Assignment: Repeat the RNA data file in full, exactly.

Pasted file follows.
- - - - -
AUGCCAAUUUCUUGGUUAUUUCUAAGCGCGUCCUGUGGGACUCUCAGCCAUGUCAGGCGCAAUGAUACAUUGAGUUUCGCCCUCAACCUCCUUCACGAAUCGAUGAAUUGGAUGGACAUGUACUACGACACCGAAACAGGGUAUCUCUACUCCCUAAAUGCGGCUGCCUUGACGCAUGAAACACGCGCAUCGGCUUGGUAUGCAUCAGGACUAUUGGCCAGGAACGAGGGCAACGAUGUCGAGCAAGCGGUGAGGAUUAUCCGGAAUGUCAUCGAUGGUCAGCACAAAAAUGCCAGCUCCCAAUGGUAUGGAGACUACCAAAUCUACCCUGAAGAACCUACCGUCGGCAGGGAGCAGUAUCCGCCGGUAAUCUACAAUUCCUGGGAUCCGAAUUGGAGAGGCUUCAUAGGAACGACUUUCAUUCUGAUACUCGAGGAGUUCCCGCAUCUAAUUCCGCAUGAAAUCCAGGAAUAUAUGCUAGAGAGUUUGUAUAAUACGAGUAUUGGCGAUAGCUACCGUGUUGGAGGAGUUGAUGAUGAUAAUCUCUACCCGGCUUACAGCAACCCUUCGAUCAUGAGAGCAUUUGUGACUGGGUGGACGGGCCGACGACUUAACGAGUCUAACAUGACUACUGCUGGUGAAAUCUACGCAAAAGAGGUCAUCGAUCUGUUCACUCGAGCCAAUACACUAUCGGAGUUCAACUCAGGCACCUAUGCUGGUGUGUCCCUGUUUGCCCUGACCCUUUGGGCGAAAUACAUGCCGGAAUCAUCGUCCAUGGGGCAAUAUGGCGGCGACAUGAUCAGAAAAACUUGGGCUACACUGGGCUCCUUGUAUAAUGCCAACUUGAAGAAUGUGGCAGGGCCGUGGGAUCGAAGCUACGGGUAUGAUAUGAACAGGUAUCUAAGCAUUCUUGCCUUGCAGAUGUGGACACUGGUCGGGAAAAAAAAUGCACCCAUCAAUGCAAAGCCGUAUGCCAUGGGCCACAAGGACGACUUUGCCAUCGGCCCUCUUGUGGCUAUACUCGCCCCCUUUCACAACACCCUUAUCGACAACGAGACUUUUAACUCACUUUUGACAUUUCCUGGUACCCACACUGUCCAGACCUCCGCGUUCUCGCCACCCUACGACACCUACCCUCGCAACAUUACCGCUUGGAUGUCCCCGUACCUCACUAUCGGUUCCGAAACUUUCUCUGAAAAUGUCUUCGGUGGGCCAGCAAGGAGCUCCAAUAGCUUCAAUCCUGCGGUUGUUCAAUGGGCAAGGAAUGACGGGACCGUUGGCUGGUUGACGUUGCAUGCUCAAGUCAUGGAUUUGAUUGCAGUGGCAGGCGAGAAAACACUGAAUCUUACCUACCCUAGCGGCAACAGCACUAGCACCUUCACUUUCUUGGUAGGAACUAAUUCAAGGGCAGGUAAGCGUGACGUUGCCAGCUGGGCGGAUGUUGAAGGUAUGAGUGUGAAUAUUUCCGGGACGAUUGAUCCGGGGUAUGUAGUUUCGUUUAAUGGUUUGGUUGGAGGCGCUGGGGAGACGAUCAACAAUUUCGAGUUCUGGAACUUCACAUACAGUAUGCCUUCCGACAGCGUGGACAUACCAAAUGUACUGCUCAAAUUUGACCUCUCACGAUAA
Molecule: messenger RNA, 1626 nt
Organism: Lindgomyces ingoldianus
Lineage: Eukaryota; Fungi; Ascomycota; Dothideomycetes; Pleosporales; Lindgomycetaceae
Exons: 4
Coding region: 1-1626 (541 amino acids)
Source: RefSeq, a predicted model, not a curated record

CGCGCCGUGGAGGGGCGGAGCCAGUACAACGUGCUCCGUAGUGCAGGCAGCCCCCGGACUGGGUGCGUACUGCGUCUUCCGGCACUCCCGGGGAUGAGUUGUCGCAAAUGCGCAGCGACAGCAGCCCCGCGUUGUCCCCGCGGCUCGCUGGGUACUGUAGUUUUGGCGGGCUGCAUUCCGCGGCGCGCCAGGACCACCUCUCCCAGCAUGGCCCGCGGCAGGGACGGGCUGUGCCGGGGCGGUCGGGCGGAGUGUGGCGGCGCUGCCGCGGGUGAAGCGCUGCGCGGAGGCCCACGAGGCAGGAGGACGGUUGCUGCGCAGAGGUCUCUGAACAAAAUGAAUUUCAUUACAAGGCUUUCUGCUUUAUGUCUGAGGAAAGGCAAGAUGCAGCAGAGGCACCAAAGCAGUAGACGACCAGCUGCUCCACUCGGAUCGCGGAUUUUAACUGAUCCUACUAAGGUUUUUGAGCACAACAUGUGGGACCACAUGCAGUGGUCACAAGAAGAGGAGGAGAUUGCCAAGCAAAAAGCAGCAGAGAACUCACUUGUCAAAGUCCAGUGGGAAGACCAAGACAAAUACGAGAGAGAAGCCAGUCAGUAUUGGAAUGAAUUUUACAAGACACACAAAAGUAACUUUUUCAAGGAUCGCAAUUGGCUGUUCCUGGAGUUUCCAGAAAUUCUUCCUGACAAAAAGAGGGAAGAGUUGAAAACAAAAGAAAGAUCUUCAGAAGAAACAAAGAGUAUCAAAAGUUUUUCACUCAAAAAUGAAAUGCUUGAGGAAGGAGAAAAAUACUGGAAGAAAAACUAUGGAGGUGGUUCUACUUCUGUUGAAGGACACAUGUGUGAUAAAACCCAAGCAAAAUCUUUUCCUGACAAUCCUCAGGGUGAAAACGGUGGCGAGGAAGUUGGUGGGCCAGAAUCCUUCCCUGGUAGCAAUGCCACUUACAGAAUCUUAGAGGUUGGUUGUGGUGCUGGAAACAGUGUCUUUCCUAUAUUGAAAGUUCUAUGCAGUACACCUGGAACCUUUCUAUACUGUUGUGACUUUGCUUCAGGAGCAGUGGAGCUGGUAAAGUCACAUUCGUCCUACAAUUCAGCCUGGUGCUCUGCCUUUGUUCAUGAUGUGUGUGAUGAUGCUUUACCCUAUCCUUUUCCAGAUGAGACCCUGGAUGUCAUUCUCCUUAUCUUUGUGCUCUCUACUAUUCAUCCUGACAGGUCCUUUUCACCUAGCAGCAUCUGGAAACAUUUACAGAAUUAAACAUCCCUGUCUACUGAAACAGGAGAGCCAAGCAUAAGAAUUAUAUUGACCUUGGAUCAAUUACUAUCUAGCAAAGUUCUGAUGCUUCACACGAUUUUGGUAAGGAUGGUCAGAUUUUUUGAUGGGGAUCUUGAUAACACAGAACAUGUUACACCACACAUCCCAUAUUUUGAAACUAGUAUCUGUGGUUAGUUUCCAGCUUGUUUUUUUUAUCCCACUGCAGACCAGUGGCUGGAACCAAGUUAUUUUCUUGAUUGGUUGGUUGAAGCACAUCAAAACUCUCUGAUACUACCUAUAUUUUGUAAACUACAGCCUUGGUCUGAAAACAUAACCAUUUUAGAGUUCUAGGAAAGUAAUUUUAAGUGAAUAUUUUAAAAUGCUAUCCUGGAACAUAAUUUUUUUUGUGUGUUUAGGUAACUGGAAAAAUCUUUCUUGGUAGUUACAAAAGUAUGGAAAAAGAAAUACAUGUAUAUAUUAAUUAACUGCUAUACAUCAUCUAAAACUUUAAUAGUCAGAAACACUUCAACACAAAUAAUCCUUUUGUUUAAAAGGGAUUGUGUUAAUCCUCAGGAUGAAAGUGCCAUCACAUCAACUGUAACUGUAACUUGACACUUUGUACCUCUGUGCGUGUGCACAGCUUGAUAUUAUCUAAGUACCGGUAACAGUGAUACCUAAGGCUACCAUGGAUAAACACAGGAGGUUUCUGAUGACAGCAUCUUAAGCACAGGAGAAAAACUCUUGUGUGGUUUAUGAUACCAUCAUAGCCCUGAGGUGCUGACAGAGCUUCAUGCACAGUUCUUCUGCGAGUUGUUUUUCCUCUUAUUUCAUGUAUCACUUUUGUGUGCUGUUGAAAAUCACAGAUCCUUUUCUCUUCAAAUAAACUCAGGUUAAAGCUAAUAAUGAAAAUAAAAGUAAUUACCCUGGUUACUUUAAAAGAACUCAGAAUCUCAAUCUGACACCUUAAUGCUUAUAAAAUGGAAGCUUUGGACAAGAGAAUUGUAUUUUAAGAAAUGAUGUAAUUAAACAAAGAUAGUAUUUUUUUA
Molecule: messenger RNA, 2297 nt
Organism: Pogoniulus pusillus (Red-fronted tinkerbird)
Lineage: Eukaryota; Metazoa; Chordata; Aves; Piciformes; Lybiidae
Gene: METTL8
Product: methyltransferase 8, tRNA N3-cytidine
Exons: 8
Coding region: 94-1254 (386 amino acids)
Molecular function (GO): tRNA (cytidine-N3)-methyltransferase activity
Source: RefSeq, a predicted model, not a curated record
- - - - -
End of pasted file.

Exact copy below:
AUGCCAAUUUCUUGGUUAUUUCUAAGCGCGUCCUGUGGGACUCUCAGCCAUGUCAGGCGCAAUGAUACAUUGAGUUUCGCCCUCAACCUCCUUCACGAAUCGAUGAAUUGGAUGGACAUGUACUACGACACCGAAACAGGGUAUCUCUACUCCCUAAAUGCGGCUGCCUUGACGCAUGAAACACGCGCAUCGGCUUGGUAUGCAUCAGGACUAUUGGCCAGGAACGAGGGCAACGAUGUCGAGCAAGCGGUGAGGAUUAUCCGGAAUGUCAUCGAUGGUCAGCACAAAAAUGCCAGCUCCCAAUGGUAUGGAGACUACCAAAUCUACCCUGAAGAACCUACCGUCGGCAGGGAGCAGUAUCCGCCGGUAAUCUACAAUUCCUGGGAUCCGAAUUGGAGAGGCUUCAUAGGAACGACUUUCAUUCUGAUACUCGAGGAGUUCCCGCAUCUAAUUCCGCAUGAAAUCCAGGAAUAUAUGCUAGAGAGUUUGUAUAAUACGAGUAUUGGCGAUAGCUACCGUGUUGGAGGAGUUGAUGAUGAUAAUCUCUACCCGGCUUACAGCAACCCUUCGAUCAUGAGAGCAUUUGUGACUGGGUGGACGGGCCGACGACUUAACGAGUCUAACAUGACUACUGCUGGUGAAAUCUACGCAAAAGAGGUCAUCGAUCUGUUCACUCGAGCCAAUACACUAUCGGAGUUCAACUCAGGCACCUAUGCUGGUGUGUCCCUGUUUGCCCUGACCCUUUGGGCGAAAUACAUGCCGGAAUCAUCGUCCAUGGGGCAAUAUGGCGGCGACAUGAUCAGAAAAACUUGGGCUACACUGGGCUCCUUGUAUAAUGCCAACUUGAAGAAUGUGGCAGGGCCGUGGGAUCGAAGCUACGGGUAUGAUAUGAACAGGUAUCUAAGCAUUCUUGCCUUGCAGAUGUGGACACUGGUCGGGAAAAAAAAUGCACCCAUCAAUGCAAAGCCGUAUGCCAUGGGCCACAAGGACGACUUUGCCAUCGGCCCUCUUGUGGCUAUACUCGCCCCCUUUCACAACACCCUUAUCGACAACGAGACUUUUAACUCACUUUUGACAUUUCCUGGUACCCACACUGUCCAGACCUCCGCGUUCUCGCCACCCUACGACACCUACCCUCGCAACAUUACCGCUUGGAUGUCCCCGUACCUCACUAUCGGUUCCGAAACUUUCUCUGAAAAUGUCUUCGGUGGGCCAGCAAGGAGCUCCAAUAGCUUCAAUCCUGCGGUUGUUCAAUGGGCAAGGAAUGACGGGACCGUUGGCUGGUUGACGUUGCAUGCUCAAGUCAUGGAUUUGAUUGCAGUGGCAGGCGAGAAAACACUGAAUCUUACCUACCCUAGCGGCAACAGCACUAGCACCUUCACUUUCUUGGUAGGAACUAAUUCAAGGGCAGGUAAGCGUGACGUUGCCAGCUGGGCGGAUGUUGAAGGUAUGAGUGUGAAUAUUUCCGGGACGAUUGAUCCGGGGUAUGUAGUUUCGUUUAAUGGUUUGGUUGGAGGCGCUGGGGAGACGAUCAACAAUUUCGAGUUCUGGAACUUCACAUACAGUAUGCCUUCCGACAGCGUGGACAUACCAAAUGUACUGCUCAAAUUUGACCUCUCACGAUAA
Molecule: messenger RNA, 1626 nt
Organism: Lindgomyces ingoldianus
Lineage: Eukaryota; Fungi; Ascomycota; Dothideomycetes; Pleosporales; Lindgomycetaceae
Exons: 4
Coding region: 1-1626 (541 amino acids)
Source: RefSeq, a predicted model, not a curated record

CGCGCCGUGGAGGGGCGGAGCCAGUACAACGUGCUCCGUAGUGCAGGCAGCCCCCGGACUGGGUGCGUACUGCGUCUUCCGGCACUCCCGGGGAUGAGUUGUCGCAAAUGCGCAGCGACAGCAGCCCCGCGUUGUCCCCGCGGCUCGCUGGGUACUGUAGUUUUGGCGGGCUGCAUUCCGCGGCGCGCCAGGACCACCUCUCCCAGCAUGGCCCGCGGCAGGGACGGGCUGUGCCGGGGCGGUCGGGCGGAGUGUGGCGGCGCUGCCGCGGGUGAAGCGCUGCGCGGAGGCCCACGAGGCAGGAGGACGGUUGCUGCGCAGAGGUCUCUGAACAAAAUGAAUUUCAUUACAAGGCUUUCUGCUUUAUGUCUGAGGAAAGGCAAGAUGCAGCAGAGGCACCAAAGCAGUAGACGACCAGCUGCUCCACUCGGAUCGCGGAUUUUAACUGAUCCUACUAAGGUUUUUGAGCACAACAUGUGGGACCACAUGCAGUGGUCACAAGAAGAGGAGGAGAUUGCCAAGCAAAAAGCAGCAGAGAACUCACUUGUCAAAGUCCAGUGGGAAGACCAAGACAAAUACGAGAGAGAAGCCAGUCAGUAUUGGAAUGAAUUUUACAAGACACACAAAAGUAACUUUUUCAAGGAUCGCAAUUGGCUGUUCCUGGAGUUUCCAGAAAUUCUUCCUGACAAAAAGAGGGAAGAGUUGAAAACAAAAGAAAGAUCUUCAGAAGAAACAAAGAGUAUCAAAAGUUUUUCACUCAAAAAUGAAAUGCUUGAGGAAGGAGAAAAAUACUGGAAGAAAAACUAUGGAGGUGGUUCUACUUCUGUUGAAGGACACAUGUGUGAUAAAACCCAAGCAAAAUCUUUUCCUGACAAUCCUCAGGGUGAAAACGGUGGCGAGGAAGUUGGUGGGCCAGAAUCCUUCCCUGGUAGCAAUGCCACUUACAGAAUCUUAGAGGUUGGUUGUGGUGCUGGAAACAGUGUCUUUCCUAUAUUGAAAGUUCUAUGCAGUACACCUGGAACCUUUCUAUACUGUUGUGACUUUGCUUCAGGAGCAGUGGAGCUGGUAAAGUCACAUUCGUCCUACAAUUCAGCCUGGUGCUCUGCCUUUGUUCAUGAUGUGUGUGAUGAUGCUUUACCCUAUCCUUUUCCAGAUGAGACCCUGGAUGUCAUUCUCCUUAUCUUUGUGCUCUCUACUAUUCAUCCUGACAGGUCCUUUUCACCUAGCAGCAUCUGGAAACAUUUACAGAAUUAAACAUCCCUGUCUACUGAAACAGGAGAGCCAAGCAUAAGAAUUAUAUUGACCUUGGAUCAAUUACUAUCUAGCAAAGUUCUGAUGCUUCACACGAUUUUGGUAAGGAUGGUCAGAUUUUUUGAUGGGGAUCUUGAUAACACAGAACAUGUUACACCACACAUCCCAUAUUUUGAAACUAGUAUCUGUGGUUAGUUUCCAGCUUGUUUUUUUUAUCCCACUGCAGACCAGUGGCUGGAACCAAGUUAUUUUCUUGAUUGGUUGGUUGAAGCACAUCAAAACUCUCUGAUACUACCUAUAUUUUGUAAACUACAGCCUUGGUCUGAAAACAUAACCAUUUUAGAGUUCUAGGAAAGUAAUUUUAAGUGAAUAUUUUAAAAUGCUAUCCUGGAACAUAAUUUUUUUUGUGUGUUUAGGUAACUGGAAAAAUCUUUCUUGGUAGUUACAAAAGUAUGGAAAAAGAAAUACAUGUAUAUAUUAAUUAACUGCUAUACAUCAUCUAAAACUUUAAUAGUCAGAAACACUUCAACACAAAUAAUCCUUUUGUUUAAAAGGGAUUGUGUUAAUCCUCAGGAUGAAAGUGCCAUCACAUCAACUGUAACUGUAACUUGACACUUUGUACCUCUGUGCGUGUGCACAGCUUGAUAUUAUCUAAGUACCGGUAACAGUGAUACCUAAGGCUACCAUGGAUAAACACAGGAGGUUUCUGAUGACAGCAUCUUAAGCACAGGAGAAAAACUCUUGUGUGGUUUAUGAUACCAUCAUAGCCCUGAGGUGCUGACAGAGCUUCAUGCACAGUUCUUCUGCGAGUUGUUUUUCCUCUUAUUUCAUGUAUCACUUUUGUGUGCUGUUGAAAAUCACAGAUCCUUUUCUCUUCAAAUAAACUCAGGUUAAAGCUAAUAAUGAAAAUAAAAGUAAUUACCCUGGUUACUUUAAAAGAACUCAGAAUCUCAAUCUGACACCUUAAUGCUUAUAAAAUGGAAGCUUUGGACAAGAGAAUUGUAUUUUAAGAAAUGAUGUAAUUAAACAAAGAUAGUAUUUUUUUA
Molecule: messenger RNA, 2297 nt
Organism: Pogoniulus pusillus (Red-fronted tinkerbird)
Lineage: Eukaryota; Metazoa; Chordata; Aves; Piciformes; Lybiidae
Gene: METTL8
Product: methyltransferase 8, tRNA N3-cytidine
Exons: 8
Coding region: 94-1254 (386 amino acids)
Molecular function (GO): tRNA (cytidine-N3)-methyltransferase activity
Source: RefSeq, a predicted model, not a curated record